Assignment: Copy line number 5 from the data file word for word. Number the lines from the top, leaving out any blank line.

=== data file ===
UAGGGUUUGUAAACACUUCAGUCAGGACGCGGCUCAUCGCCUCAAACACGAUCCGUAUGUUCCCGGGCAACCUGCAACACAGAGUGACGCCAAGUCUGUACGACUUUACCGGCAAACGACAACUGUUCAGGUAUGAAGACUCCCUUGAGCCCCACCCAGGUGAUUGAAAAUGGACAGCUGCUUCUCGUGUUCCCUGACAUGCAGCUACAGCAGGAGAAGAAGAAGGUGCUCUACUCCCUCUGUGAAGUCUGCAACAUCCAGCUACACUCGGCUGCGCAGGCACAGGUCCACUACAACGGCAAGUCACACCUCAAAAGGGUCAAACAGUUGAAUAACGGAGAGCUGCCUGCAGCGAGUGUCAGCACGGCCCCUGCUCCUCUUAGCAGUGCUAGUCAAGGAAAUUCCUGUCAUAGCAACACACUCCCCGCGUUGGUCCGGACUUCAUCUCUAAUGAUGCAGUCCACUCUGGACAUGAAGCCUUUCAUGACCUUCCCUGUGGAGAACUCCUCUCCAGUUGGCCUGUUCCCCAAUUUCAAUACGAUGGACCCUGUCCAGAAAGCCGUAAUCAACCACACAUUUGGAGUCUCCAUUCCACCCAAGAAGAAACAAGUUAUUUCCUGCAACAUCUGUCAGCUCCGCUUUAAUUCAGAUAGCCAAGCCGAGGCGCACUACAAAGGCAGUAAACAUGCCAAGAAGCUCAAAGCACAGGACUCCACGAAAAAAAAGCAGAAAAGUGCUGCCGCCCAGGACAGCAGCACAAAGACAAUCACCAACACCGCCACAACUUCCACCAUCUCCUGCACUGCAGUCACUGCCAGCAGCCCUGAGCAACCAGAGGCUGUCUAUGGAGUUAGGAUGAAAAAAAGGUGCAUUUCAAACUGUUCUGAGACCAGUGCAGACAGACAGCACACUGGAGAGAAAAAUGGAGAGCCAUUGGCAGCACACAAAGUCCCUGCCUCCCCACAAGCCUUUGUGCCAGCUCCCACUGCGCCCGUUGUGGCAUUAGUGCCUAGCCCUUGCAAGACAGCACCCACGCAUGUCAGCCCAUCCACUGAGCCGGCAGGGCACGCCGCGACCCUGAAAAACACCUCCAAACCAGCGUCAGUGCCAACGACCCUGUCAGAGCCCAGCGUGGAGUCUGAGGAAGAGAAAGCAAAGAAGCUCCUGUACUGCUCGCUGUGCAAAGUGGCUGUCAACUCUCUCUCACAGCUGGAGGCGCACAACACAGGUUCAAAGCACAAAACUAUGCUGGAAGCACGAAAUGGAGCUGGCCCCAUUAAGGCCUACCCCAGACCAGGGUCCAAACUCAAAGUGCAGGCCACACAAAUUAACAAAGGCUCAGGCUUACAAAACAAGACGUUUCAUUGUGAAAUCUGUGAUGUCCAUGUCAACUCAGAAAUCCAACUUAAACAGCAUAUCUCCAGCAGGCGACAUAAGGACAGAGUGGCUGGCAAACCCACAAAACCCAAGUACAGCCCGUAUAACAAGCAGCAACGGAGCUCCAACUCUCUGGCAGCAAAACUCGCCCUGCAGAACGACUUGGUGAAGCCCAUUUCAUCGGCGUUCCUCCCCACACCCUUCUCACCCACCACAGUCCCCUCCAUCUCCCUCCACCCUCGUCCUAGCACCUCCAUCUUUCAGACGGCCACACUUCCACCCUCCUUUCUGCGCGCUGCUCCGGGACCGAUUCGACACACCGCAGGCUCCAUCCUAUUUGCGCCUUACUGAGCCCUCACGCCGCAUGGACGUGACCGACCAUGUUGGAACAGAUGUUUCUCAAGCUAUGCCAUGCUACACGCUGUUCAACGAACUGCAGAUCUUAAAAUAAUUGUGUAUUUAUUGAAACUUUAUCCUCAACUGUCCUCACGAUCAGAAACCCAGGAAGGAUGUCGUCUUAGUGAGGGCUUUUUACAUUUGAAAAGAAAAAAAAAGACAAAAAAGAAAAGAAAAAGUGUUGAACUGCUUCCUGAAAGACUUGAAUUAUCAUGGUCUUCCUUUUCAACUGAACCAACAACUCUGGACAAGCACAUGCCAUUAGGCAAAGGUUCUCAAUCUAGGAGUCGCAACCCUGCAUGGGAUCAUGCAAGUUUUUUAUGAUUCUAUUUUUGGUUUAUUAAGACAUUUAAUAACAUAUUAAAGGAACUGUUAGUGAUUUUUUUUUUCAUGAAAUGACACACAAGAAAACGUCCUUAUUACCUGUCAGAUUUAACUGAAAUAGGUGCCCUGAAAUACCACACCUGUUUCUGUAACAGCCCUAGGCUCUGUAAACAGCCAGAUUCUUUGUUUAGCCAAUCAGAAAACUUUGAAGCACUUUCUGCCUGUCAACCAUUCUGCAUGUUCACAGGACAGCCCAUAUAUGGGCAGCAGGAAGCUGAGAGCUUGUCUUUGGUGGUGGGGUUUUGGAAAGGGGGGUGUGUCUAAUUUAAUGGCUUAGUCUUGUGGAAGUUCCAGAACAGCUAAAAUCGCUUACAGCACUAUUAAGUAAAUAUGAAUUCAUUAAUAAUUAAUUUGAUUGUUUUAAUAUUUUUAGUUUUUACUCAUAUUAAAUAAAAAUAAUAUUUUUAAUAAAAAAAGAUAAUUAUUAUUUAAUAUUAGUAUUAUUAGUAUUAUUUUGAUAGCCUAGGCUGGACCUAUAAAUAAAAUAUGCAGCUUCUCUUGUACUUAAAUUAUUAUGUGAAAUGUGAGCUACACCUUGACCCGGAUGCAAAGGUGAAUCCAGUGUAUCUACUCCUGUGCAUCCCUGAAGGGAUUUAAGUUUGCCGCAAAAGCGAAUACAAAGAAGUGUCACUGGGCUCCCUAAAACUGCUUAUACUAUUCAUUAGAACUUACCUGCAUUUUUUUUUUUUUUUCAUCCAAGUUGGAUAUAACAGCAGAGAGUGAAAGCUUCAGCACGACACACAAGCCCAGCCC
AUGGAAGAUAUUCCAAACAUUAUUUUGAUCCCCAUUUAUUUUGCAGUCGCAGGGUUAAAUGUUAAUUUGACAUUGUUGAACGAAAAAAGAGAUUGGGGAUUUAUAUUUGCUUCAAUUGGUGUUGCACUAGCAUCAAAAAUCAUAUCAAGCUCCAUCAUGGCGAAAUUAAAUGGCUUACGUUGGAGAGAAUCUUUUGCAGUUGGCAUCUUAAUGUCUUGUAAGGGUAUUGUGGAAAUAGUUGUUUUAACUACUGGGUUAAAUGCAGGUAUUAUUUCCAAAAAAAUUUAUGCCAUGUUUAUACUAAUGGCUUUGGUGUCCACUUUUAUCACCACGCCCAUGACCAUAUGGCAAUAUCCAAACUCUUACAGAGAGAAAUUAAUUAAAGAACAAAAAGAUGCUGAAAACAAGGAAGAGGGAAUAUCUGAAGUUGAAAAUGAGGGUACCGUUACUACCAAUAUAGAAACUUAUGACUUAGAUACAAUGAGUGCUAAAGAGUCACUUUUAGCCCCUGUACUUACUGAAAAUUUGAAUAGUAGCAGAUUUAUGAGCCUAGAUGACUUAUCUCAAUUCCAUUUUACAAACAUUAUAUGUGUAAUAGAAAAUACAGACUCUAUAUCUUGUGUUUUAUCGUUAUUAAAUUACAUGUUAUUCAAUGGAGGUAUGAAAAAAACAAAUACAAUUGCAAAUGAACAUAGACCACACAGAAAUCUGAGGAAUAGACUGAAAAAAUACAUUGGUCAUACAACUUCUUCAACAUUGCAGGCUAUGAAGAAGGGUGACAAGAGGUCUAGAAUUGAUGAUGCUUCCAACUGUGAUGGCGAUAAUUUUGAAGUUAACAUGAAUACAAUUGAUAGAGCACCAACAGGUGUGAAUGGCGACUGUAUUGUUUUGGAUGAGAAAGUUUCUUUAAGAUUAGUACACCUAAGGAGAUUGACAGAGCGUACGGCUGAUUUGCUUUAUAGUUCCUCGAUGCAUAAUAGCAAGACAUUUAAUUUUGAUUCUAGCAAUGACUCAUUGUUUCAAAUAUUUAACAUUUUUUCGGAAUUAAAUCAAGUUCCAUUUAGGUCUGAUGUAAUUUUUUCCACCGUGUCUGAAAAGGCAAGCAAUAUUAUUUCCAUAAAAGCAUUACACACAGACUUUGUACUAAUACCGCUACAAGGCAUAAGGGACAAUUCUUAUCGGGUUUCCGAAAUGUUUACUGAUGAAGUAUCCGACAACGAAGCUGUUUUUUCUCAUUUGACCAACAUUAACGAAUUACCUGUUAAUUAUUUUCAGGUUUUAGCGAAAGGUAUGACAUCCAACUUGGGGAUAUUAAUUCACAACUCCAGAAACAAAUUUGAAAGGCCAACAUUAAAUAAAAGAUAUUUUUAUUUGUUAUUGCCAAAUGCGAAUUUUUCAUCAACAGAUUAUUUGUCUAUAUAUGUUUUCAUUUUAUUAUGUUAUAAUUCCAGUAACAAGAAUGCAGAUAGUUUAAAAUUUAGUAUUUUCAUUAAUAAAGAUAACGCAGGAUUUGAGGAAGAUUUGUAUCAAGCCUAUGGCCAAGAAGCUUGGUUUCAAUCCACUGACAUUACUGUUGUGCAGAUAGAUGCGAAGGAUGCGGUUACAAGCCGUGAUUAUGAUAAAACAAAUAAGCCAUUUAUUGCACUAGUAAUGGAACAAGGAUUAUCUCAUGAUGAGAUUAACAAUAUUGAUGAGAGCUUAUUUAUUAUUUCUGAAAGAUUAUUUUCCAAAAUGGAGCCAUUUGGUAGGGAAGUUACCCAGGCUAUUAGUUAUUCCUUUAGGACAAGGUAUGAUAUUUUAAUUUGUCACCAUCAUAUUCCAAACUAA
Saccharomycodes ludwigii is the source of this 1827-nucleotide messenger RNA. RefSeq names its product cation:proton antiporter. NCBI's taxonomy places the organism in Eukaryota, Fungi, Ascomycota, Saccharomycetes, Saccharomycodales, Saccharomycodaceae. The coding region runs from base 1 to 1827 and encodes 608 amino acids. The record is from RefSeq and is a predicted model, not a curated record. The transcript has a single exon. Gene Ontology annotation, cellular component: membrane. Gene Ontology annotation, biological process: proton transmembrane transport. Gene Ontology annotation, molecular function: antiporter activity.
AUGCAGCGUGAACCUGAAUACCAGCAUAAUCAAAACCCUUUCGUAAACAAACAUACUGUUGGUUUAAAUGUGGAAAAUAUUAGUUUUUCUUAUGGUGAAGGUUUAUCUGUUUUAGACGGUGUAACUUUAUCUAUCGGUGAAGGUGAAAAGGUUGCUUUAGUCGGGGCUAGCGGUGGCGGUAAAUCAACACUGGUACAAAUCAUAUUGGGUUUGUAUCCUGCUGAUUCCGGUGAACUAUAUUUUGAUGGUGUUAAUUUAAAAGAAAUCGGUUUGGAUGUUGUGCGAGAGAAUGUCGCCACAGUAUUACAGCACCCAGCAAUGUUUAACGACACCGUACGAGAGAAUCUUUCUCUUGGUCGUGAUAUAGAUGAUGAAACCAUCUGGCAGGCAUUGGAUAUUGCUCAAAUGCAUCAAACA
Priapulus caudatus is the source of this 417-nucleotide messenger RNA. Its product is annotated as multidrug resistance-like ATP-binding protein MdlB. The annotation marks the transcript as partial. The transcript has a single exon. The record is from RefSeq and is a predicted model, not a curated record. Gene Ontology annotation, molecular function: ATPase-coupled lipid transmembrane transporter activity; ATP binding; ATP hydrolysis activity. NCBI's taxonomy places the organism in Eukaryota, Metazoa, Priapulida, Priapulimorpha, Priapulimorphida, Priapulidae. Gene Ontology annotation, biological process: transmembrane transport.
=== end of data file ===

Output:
Priapulus caudatus is the source of this 417-nucleotide messenger RNA. Its product is annotated as multidrug resistance-like ATP-binding protein MdlB. The annotation marks the transcript as partial. The transcript has a single exon. The record is from RefSeq and is a predicted model, not a curated record. Gene Ontology annotation, molecular function: ATPase-coupled lipid transmembrane transporter activity; ATP binding; ATP hydrolysis activity. NCBI's taxonomy places the organism in Eukaryota, Metazoa, Priapulida, Priapulimorpha, Priapulimorphida, Priapulidae. Gene Ontology annotation, biological process: transmembrane transport.